What happened to climate change? CITES and the reconfiguration of polar bear conservation discourse. Tyrrell, M. and Clark, D. A. Global Environmental Change.
What happened to climate change? CITES and the reconfiguration of polar bear conservation discourse [link]Paper  doi  abstract   bibtex   
In the past decade, polar bears have become the poster species of climate change. But in March 2013, a joint proposal by the governments of the United States and the Russian Federation to up-list polar bears to Appendix I of the Convention on International Trade in Endangered Species of Wild Fauna and Flora (CITES) diverted public attention from climate change towards the hunting of polar bears. Prior to a vote on the proposal, non-governmental organisations spear-headed a media campaign to support the up-listing. In the United Kingdom the campaign received support from celebrities and was widely reported in English language news media. Narratives of commercial legal and illegal polar bear hunting and the imminent extinction of polar bears were aggressively promoted, rhetorically supported by the manipulation of trade and scientific data. By rendering discourses of commercial hunting and a lucrative global trade in polar bear parts highly visible, sustainable hunting and climate change-induced habitat loss were rendered invisible. Media reports of commercial hunting de-coupled polar bear conservation from climate change mitigation, and disassociated polar bear hunting from regulated indigenous subsistence practices. A review of current polar bear conservation measures and an analysis of media coverage leading up to the CITES decision reveal these conflicting discourses, and suggest that more nuanced media coverage of polar bear conservation is necessary if appropriate multilateral conservation policies are to be enacted and publicly supported.
@article{tyrrell_what_????,
	title = {What happened to climate change? {CITES} and the reconfiguration of polar bear conservation discourse},
	issn = {0959-3780},
	shorttitle = {What happened to climate change?},
	url = {http://www.sciencedirect.com/science/article/pii/S0959378013002240},
	doi = {10.1016/j.gloenvcha.2013.11.016},
	abstract = {In the past decade, polar bears have become the poster species of climate change. But in March 2013, a joint proposal by the governments of the United States and the Russian Federation to up-list polar bears to Appendix I of the Convention on International Trade in Endangered Species of Wild Fauna and Flora (CITES) diverted public attention from climate change towards the hunting of polar bears. Prior to a vote on the proposal, non-governmental organisations spear-headed a media campaign to support the up-listing. In the United Kingdom the campaign received support from celebrities and was widely reported in English language news media. Narratives of commercial legal and illegal polar bear hunting and the imminent extinction of polar bears were aggressively promoted, rhetorically supported by the manipulation of trade and scientific data. By rendering discourses of commercial hunting and a lucrative global trade in polar bear parts highly visible, sustainable hunting and climate change-induced habitat loss were rendered invisible. Media reports of commercial hunting de-coupled polar bear conservation from climate change mitigation, and disassociated polar bear hunting from regulated indigenous subsistence practices. A review of current polar bear conservation measures and an analysis of media coverage leading up to the CITES decision reveal these conflicting discourses, and suggest that more nuanced media coverage of polar bear conservation is necessary if appropriate multilateral conservation policies are to be enacted and publicly supported.},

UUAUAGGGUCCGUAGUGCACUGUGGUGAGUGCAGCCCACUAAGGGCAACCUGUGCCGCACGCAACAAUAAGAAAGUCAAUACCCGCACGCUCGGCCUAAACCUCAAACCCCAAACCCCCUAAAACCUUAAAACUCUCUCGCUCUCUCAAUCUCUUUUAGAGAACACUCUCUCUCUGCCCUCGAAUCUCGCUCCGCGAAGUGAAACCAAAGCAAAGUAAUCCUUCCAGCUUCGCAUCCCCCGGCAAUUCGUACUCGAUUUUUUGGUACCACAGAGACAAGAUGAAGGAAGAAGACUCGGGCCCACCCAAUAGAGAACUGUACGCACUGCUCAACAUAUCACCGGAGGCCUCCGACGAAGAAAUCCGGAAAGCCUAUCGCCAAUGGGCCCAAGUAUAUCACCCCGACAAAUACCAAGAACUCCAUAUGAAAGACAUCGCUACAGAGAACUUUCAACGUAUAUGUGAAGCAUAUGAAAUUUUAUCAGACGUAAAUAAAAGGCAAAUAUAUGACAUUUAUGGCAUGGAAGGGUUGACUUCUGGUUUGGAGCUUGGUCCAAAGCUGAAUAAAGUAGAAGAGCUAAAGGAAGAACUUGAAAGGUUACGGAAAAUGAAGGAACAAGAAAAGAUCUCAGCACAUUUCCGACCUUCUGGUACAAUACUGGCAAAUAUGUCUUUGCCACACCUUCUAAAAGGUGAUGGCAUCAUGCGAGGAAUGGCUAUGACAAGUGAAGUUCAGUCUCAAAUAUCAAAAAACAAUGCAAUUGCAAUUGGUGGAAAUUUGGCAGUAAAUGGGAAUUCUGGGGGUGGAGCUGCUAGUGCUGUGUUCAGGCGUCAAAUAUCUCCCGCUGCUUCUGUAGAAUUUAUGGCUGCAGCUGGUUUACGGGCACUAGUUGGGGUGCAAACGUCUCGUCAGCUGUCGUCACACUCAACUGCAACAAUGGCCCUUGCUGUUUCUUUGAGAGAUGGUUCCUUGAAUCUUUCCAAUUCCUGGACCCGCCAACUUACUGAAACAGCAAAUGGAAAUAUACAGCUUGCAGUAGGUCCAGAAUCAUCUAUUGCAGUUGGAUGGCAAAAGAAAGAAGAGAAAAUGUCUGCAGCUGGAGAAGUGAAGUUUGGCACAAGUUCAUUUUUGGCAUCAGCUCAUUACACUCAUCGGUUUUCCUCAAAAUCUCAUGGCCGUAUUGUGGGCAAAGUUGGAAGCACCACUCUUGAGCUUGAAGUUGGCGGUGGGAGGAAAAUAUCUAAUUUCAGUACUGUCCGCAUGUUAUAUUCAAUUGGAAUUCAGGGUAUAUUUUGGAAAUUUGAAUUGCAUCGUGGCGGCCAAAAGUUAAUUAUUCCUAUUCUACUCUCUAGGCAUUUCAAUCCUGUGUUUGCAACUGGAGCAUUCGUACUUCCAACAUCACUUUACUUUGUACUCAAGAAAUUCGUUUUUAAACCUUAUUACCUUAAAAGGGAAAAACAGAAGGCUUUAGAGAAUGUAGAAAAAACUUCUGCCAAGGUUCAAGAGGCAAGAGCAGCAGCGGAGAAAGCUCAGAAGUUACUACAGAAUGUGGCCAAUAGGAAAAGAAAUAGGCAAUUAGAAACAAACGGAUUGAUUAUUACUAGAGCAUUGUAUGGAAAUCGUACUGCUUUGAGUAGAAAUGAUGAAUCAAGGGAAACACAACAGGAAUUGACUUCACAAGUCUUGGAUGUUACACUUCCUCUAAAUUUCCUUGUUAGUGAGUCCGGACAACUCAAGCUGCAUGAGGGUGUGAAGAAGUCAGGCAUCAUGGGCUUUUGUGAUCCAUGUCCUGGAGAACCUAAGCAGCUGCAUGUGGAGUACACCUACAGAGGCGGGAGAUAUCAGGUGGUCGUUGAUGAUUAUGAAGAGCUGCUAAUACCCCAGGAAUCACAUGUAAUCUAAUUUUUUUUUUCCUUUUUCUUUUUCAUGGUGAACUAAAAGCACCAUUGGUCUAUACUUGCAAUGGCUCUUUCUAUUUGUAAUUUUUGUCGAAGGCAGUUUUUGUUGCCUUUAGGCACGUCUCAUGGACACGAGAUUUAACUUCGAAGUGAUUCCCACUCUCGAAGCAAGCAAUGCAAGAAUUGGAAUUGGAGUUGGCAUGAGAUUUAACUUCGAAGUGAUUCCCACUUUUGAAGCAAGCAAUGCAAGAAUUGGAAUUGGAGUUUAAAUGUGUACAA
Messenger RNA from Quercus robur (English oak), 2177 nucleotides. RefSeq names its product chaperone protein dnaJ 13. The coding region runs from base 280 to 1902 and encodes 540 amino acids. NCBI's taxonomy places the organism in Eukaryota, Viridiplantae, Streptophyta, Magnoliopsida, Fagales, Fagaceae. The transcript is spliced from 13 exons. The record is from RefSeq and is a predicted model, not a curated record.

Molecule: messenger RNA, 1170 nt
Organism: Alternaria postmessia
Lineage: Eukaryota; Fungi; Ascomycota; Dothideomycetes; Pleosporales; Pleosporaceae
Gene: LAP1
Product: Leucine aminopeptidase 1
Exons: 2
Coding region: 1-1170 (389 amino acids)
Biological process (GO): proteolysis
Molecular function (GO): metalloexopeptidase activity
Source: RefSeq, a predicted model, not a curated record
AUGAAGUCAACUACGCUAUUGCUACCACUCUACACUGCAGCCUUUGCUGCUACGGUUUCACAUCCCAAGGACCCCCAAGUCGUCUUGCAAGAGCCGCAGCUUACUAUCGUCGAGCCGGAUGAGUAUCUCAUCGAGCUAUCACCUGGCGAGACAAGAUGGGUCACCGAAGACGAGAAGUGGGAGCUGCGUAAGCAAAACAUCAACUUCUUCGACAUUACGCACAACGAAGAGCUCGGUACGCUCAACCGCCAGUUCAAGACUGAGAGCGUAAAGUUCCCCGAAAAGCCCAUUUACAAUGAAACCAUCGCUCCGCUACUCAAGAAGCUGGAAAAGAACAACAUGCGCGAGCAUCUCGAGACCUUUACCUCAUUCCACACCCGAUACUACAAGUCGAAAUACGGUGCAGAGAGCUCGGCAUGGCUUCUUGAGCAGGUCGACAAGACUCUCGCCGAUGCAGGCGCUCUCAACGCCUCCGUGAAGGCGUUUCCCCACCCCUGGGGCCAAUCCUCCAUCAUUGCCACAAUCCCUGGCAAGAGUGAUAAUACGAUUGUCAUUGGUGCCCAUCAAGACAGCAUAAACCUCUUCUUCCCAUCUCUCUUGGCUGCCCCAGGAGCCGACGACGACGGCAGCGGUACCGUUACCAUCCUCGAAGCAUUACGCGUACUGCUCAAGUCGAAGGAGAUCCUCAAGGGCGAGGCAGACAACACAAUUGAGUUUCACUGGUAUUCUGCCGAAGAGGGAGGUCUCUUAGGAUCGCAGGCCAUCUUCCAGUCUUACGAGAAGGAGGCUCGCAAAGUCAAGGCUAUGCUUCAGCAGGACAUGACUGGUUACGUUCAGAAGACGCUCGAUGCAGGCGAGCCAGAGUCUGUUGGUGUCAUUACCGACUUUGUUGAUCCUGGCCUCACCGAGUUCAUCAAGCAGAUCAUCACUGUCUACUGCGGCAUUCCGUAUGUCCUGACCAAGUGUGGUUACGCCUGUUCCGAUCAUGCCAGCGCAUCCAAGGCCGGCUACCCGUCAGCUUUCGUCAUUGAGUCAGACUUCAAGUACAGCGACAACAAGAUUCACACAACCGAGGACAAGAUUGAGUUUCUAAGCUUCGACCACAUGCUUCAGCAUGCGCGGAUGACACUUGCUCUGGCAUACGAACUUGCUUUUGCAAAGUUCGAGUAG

urldate = {2013-12-27},
	journal = {Global Environmental Change},
	author = {Tyrrell, Martina and Clark, Douglas A.},
	keywords = {Conservation, Convention on International Trade in Endangered Species of Wild Fauna and Flora (CITES), Hunting, Inuit, Media, Polar bears},
	file = {ScienceDirect Full Text PDF:files/47892/Tyrrell and Clark - What happened to climate change CITES and the rec.pdf:application/pdf;ScienceDirect Snapshot:files/47893/S0959378013002240.html:text/html}
}
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